models. These models have integrable limits with exact dark eigenstates in
which the central qubit is fully polarized. Remarkably\, dark states persis
t as eigenstates in the presence of strong integrability-breaking perturbat
ions\, and the qubit retains memory of its initial polarization. Although t
he eigenstates of the system are chaotic\, exhibiting exponential sensitivi
ty to small perturbations\, they do not satisfy the eigenstate thermalizati
on hypothesis. This chaotic but non-ergodic regime is found to be stable at
numerically accessible system sizes\, predicting long relaxation times tha
t increase exponentially with system size. I shall further discuss the impl
ications of these results in mesoscopic applications to dynamic nuclear pol
arization and quantum memory.\n\n\n\n------\n\n\nTopic: Departmental Semina
r - Tamiro Villazon \nTime: Jun 12\, 2020 03:45 PM Eastern Time (US and Can
ada)\n\nJoin Zoom Meeting\nhttps://bostonu.zoom.us/j/92960484899?pwd=UXBJSX
IzTUxubDBKL1hKTFY4RGczdz09\n\nMeeting ID: 929 6048 4899\n\nPassword: 455929
\n\nOne tap mobile\n\n+13126266799\,\,92960484899# US (Chicago)\n+164687699
23\,\,92960484899# US (New York)
LOCATION: \, \,
STATUS:CONFIRMED
CLASS:PUBLIC
END:VEVENT
BEGIN:VEVENT
DTSTAMP:20200711T182813Z
LAST-MODIFIED:20200709T205211Z
DTSTART:20200730T200000Z
DTEND:20200730T210000Z
UID:event2349@bu.edu
URL:http://physics.bu.edu/events/show/2349
SUMMARY:Continuous Time Limit of the DTQW and Plasticity
DESCRIPTION:Featuring Michael Bahram Manighalam \, Boston University\, Phys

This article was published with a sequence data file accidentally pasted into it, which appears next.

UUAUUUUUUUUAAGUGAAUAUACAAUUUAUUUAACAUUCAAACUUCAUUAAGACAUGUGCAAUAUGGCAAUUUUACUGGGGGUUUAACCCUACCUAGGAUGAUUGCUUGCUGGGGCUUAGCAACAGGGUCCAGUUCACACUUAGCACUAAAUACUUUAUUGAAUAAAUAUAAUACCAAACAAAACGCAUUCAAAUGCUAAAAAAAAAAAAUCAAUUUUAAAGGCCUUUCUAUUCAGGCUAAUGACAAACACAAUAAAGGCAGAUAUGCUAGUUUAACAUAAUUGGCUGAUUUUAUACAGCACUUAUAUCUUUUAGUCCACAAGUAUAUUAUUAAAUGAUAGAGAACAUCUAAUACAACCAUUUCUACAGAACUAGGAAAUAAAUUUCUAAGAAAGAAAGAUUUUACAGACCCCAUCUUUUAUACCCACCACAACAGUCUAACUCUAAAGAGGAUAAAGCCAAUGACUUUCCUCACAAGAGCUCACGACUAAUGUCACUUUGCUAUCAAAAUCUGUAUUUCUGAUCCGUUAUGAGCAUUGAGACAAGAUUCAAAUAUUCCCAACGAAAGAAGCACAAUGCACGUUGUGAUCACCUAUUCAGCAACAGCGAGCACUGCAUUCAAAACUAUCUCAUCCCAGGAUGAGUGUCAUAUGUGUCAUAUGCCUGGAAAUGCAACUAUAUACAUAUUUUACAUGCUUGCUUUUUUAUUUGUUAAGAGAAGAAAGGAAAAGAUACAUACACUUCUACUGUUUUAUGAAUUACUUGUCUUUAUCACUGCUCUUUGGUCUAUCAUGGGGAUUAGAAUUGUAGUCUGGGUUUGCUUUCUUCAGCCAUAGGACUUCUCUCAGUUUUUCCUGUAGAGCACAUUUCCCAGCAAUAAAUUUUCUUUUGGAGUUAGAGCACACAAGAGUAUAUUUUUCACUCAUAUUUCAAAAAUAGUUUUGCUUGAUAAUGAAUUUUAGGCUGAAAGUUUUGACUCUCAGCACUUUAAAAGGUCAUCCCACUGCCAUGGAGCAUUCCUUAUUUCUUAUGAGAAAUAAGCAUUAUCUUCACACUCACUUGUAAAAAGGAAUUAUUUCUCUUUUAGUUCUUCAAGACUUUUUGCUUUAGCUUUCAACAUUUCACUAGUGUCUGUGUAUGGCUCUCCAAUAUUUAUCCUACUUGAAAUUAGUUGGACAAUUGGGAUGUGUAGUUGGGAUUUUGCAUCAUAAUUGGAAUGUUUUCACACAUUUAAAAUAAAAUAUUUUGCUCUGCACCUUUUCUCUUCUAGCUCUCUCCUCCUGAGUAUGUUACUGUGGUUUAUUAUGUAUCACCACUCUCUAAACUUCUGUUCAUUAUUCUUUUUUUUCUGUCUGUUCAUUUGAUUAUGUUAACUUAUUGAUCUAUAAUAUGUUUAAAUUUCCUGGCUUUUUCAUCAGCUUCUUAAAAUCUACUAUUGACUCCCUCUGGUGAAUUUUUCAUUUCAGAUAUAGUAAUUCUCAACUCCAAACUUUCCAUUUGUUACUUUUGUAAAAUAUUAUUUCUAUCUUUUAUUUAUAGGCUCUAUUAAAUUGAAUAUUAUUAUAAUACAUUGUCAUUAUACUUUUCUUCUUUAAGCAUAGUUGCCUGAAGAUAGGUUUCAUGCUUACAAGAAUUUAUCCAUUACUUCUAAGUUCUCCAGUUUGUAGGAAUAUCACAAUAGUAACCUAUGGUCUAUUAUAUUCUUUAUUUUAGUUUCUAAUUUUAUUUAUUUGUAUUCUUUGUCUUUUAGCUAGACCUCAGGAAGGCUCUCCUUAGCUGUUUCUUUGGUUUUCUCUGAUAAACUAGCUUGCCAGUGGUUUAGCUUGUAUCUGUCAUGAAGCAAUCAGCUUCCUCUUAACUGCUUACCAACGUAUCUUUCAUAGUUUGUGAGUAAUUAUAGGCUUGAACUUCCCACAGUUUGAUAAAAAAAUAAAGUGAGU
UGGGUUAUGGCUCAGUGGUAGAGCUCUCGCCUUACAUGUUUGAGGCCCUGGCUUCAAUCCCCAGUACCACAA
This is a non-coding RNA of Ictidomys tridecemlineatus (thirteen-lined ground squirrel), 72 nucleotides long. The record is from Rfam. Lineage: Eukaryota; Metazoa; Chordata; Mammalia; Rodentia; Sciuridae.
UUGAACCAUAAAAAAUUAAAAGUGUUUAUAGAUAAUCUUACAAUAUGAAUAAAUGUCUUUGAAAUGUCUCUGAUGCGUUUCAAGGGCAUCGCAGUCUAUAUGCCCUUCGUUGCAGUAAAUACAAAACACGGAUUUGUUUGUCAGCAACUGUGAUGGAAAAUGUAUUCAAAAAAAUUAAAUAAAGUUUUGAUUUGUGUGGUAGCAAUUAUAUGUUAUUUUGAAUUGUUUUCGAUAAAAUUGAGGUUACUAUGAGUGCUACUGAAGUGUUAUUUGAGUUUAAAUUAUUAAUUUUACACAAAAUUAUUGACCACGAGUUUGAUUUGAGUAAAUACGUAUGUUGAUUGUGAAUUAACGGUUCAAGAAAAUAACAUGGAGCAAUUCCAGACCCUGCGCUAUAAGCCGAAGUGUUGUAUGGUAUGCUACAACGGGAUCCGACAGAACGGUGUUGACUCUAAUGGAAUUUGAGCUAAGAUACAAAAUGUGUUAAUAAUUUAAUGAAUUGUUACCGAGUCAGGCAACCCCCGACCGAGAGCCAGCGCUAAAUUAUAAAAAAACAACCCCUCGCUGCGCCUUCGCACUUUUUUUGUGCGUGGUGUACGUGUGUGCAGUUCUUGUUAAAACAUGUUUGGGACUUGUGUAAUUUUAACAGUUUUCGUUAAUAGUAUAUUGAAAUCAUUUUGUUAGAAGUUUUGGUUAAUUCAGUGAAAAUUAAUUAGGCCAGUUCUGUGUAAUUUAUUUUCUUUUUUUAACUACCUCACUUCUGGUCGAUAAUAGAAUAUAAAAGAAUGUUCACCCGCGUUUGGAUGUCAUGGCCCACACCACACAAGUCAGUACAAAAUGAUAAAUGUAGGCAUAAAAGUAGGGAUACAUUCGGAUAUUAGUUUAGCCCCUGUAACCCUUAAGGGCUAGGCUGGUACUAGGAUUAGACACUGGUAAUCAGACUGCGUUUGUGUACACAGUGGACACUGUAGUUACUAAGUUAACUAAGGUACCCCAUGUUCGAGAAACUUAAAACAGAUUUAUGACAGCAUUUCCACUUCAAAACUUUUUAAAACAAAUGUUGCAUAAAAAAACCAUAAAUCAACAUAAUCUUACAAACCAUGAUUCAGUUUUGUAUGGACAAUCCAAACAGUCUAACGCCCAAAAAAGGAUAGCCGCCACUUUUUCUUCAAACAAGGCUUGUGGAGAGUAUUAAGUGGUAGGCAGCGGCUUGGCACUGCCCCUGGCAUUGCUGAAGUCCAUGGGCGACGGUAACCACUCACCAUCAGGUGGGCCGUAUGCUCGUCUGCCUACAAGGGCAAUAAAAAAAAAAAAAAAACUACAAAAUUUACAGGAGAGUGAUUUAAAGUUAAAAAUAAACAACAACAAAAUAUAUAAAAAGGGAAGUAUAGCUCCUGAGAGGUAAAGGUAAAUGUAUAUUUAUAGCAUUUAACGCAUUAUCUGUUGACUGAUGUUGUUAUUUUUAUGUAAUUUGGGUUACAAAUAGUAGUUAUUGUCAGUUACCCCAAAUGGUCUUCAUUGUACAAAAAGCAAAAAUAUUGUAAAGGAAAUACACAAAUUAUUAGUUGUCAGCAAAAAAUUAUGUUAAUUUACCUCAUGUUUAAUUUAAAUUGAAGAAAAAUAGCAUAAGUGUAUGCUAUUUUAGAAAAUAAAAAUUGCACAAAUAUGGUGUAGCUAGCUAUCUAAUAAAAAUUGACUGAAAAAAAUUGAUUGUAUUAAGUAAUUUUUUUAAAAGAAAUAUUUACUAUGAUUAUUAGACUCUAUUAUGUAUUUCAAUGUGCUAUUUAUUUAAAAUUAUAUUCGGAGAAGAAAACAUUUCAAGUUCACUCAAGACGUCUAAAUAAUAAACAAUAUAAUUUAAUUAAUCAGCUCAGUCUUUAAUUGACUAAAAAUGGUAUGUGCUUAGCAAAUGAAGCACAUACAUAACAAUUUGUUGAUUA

ics Department\n\nPart of the Departmental Seminars.\n\nA Plastic Quantum W
alk admits both continuous time and continuous spacetime. This model has be
en recently proposed\, leading to a general quantum simulation scheme for s
imulating fermions in the relativistic and non relativistic regimes. The ex
tension to two physical dimensions is still missing\, and in this seminar I
will present necessary and sufficient conditions concerning which discrete
time quantum walks can admit plasticity\, showing the resulting Hamiltonia
ns. I will consider coin operators as general 4 parameter unitary matrices\
, with parameters which are function of the lattice step size Îµ. This depe
ndence on Îµ encapsulates all functions of Îµ for which a Taylor series exp
ansion in Îµ is well defined\, making our results very general. \n\n---\n\n
Join Zoom Meeting\nhttps://bostonu.zoom.us/j/92238545183?pwd=eDBYL3VkVzByL2
JEOVZvcTA3d2ZhZz09\n\nMeeting ID: 922 3854 5183\nPassword: 913022
LOCATION: \, \,
STATUS:CONFIRMED
CLASS:PUBLIC
END:VEVENT